Gun rights advocates hope for convention impact
Hartford - Second Amendment rights advocates in Connecticut are mobilizing to influence this weekend's state Republican convention, as they seek changes to Connecticut's sweeping gun-control law passed last year in the wake of the Newtown school massacre.
In recent months, the Connecticut Citizens Defense League, a statewide gun rights organization, has instructed its members on how to become one of the 1,255 delegates to the two-day GOP convention. The group hopes to have a strong delegate presence and ultimately a say in who the party endorses to challenge Democratic Gov. Dannel P. Malloy, an outspoken supporter of the gun law.
While some gun rights advocates would like to see the next governor push to repeal the law, others realize that would be a challenge given the strong support for the legislation in the General Assembly. They're banking instead on the law being overturned someday by the courts, but hoping in the meantime to help elect a new governor they believe will be more sympathetic their concerns.
Greenwich businessman and 2010 gubernatorial candidate Tom Foley, the front-runner for the party's endorsement Saturday, is a favorite among many of gun rights advocates, even though he doesn't talk publicly about the issue as much as other lesser-known candidates, such as West Hartford contractor Joe Visconti and Avon attorney Martha Dean, who recently dropped out of the race. Instead, Foley has concentrated on criticizing Malloy's economic record.
"I am comfortable with the conversations I have had with Tom Foley. I believe he is pro-2nd Amendment," said Scott Wilson, president of the CCDL, adding how Visconti also a strong supporter. "I think he is probably doing the right thing keeping things focused on the economy at this point."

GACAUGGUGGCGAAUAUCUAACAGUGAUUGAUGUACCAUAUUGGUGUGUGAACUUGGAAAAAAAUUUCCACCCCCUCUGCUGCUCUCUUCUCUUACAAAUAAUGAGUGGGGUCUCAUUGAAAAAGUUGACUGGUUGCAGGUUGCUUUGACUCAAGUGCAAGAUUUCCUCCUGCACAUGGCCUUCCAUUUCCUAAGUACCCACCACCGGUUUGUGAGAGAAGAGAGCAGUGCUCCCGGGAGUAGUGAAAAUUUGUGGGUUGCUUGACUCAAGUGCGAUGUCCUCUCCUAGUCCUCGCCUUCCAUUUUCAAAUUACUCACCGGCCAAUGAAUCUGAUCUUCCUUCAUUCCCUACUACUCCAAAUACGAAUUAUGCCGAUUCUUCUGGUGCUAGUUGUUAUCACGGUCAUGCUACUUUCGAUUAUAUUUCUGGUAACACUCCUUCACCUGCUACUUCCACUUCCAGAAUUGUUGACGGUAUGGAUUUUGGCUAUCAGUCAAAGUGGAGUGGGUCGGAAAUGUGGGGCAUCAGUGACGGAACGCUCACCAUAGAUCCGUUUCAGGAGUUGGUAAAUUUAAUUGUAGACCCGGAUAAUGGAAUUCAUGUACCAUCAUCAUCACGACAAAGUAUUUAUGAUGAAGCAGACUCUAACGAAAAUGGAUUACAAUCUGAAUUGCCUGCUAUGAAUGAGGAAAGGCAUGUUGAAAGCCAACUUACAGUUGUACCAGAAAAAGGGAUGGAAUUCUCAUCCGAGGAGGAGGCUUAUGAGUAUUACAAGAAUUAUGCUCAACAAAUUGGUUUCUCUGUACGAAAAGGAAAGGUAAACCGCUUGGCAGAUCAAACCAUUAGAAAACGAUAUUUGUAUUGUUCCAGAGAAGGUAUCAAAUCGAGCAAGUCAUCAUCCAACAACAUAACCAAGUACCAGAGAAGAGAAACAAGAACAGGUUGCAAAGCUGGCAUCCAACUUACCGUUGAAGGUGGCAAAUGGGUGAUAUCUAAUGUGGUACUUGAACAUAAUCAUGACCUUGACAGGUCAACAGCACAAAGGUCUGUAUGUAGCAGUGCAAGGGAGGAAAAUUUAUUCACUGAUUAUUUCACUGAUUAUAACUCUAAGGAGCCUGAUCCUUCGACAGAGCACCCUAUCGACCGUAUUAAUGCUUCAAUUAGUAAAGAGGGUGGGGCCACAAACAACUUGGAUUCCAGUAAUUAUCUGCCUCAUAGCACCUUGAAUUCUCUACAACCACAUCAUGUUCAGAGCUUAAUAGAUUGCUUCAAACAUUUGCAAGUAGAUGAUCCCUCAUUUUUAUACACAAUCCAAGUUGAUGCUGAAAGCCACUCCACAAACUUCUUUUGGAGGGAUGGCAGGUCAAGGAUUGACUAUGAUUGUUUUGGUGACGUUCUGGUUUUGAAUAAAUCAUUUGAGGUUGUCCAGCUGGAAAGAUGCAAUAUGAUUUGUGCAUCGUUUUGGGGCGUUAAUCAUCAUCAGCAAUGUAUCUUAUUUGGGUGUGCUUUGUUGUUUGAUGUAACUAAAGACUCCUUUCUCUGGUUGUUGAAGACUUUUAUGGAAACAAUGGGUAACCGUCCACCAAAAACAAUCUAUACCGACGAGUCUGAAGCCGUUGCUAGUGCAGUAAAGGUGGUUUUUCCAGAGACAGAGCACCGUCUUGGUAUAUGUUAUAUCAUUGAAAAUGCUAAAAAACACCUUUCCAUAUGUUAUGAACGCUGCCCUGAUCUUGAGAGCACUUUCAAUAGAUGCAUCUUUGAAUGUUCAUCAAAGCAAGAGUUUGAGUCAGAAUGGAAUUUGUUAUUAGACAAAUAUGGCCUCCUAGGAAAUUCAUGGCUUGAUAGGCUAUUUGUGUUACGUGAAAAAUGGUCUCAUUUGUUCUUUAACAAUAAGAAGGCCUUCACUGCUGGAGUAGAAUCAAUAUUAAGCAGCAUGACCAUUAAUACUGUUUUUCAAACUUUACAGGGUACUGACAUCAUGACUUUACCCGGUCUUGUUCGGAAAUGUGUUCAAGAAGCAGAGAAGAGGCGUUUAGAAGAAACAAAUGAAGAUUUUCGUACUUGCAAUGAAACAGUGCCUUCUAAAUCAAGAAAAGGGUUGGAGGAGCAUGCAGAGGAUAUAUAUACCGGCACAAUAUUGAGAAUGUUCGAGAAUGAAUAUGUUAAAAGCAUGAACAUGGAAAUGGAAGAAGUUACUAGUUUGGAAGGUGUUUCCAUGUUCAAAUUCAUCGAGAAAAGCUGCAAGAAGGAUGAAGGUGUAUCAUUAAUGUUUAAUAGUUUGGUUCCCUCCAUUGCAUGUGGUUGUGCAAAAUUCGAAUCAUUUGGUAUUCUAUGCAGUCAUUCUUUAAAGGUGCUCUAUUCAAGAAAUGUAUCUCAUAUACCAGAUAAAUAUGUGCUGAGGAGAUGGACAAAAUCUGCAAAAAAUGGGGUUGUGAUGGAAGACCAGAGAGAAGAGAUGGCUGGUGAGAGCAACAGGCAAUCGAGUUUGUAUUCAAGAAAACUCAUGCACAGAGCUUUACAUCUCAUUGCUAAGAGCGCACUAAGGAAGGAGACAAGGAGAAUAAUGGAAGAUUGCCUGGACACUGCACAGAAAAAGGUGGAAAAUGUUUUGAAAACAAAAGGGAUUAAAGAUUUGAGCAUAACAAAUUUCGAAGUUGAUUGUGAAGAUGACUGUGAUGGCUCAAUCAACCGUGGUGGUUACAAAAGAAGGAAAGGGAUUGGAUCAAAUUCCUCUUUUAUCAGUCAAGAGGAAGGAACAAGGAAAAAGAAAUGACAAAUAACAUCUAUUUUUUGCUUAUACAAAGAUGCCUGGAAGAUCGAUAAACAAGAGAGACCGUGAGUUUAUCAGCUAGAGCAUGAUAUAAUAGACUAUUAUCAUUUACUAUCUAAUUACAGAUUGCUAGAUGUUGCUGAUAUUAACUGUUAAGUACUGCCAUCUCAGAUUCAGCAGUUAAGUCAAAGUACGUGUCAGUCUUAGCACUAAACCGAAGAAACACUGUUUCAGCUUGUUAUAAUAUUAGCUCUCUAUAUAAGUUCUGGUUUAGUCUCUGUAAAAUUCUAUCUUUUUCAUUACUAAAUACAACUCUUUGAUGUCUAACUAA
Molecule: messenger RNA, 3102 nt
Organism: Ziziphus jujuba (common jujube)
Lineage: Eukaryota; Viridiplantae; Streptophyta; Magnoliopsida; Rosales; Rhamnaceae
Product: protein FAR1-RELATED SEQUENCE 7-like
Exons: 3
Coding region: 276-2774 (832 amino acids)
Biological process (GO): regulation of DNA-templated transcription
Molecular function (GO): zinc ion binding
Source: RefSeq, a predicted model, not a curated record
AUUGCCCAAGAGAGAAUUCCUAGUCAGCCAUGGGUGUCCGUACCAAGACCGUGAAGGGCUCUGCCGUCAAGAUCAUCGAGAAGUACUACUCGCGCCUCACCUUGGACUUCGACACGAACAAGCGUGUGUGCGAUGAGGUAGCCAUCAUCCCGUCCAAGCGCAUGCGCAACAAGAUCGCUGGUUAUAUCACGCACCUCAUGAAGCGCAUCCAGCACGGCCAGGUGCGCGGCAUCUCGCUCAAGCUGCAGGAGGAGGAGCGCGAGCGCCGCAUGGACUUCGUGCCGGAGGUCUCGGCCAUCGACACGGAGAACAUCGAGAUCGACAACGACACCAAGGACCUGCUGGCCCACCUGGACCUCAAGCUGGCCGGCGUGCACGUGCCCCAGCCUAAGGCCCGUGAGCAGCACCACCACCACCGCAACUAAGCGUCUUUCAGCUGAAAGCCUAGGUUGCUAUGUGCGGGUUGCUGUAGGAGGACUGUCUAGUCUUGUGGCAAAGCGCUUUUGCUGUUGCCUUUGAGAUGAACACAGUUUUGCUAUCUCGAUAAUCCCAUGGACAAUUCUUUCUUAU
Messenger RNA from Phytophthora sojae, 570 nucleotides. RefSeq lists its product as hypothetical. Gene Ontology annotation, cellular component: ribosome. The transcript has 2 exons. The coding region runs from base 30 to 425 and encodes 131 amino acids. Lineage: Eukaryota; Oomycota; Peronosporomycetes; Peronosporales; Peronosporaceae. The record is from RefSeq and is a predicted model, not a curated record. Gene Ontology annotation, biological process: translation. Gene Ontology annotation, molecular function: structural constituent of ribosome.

Besides Foley and Visconti, three others are seeking the Republican endorsement: Senate Minority Leader John McKinney, Danbury Mayor Mark Boughton and Shelton Mayor Mark Lauretti. But Wilson doesn't expect they will receive much support from gun rights delegates this weekend. McKinney, whose district includes Newtown, faces opposition for helping to craft the gun control legislation.
Lauretti has little name recognition and Boughton has been criticized for his affiliation with former New York City Mayor Michael Bloomberg's Mayors Against Illegal Guns group, even though he recently ended his involvement.
Foley has had a nuanced approach to the gun issue. While saying he supports the 2nd Amendment, Foley said he also understands a legislative response was necessary following the Sandy Hook Elementary School shooting. Yet he criticizes the final bill for not doing enough to address mental health issues and for including gun control measures that "wouldn't have made a difference in what happened in Newtown."
"For Joe (Visconti), this is his priority issue," Foley said. "For me, I think it's an important issue, but there are a lot of other issues that are important in getting Connecticut turned around."
Foley needs to tread lightly on the gun issue if he hopes to eventually win over the broader electorate in November's general election. A Quinnipiac University poll released this week shows a total of 56 percent of registered voters in Connecticut either strongly or somewhat support the gun law.
"Public opinion is on the side of the new gun control laws," said Quinnipiac Poll Director Douglas Schwartz. "And when you break it down further, and you look at the strong support, the intensity level, it would appear that again the pro-gun control folks have the advantage on intensity. In that sense, it does appear to be an issue that would favor Governor Malloy."
Johnny Carrier, a convention delegate and CCDL member from Farmington, said Foley is probably doing the right thing by focusing more on improving the state's economy, a political vulnerability for Malloy.
"The gun issue will play some role," Wilson said, referring to the gubernatorial election. "But it's not the silver bullet for us or the opposition."
Follow Susan Haigh on Twitter (at)SusanHaighAP
MOST VIEWED MEDIA
MOST DISCUSSED STORIES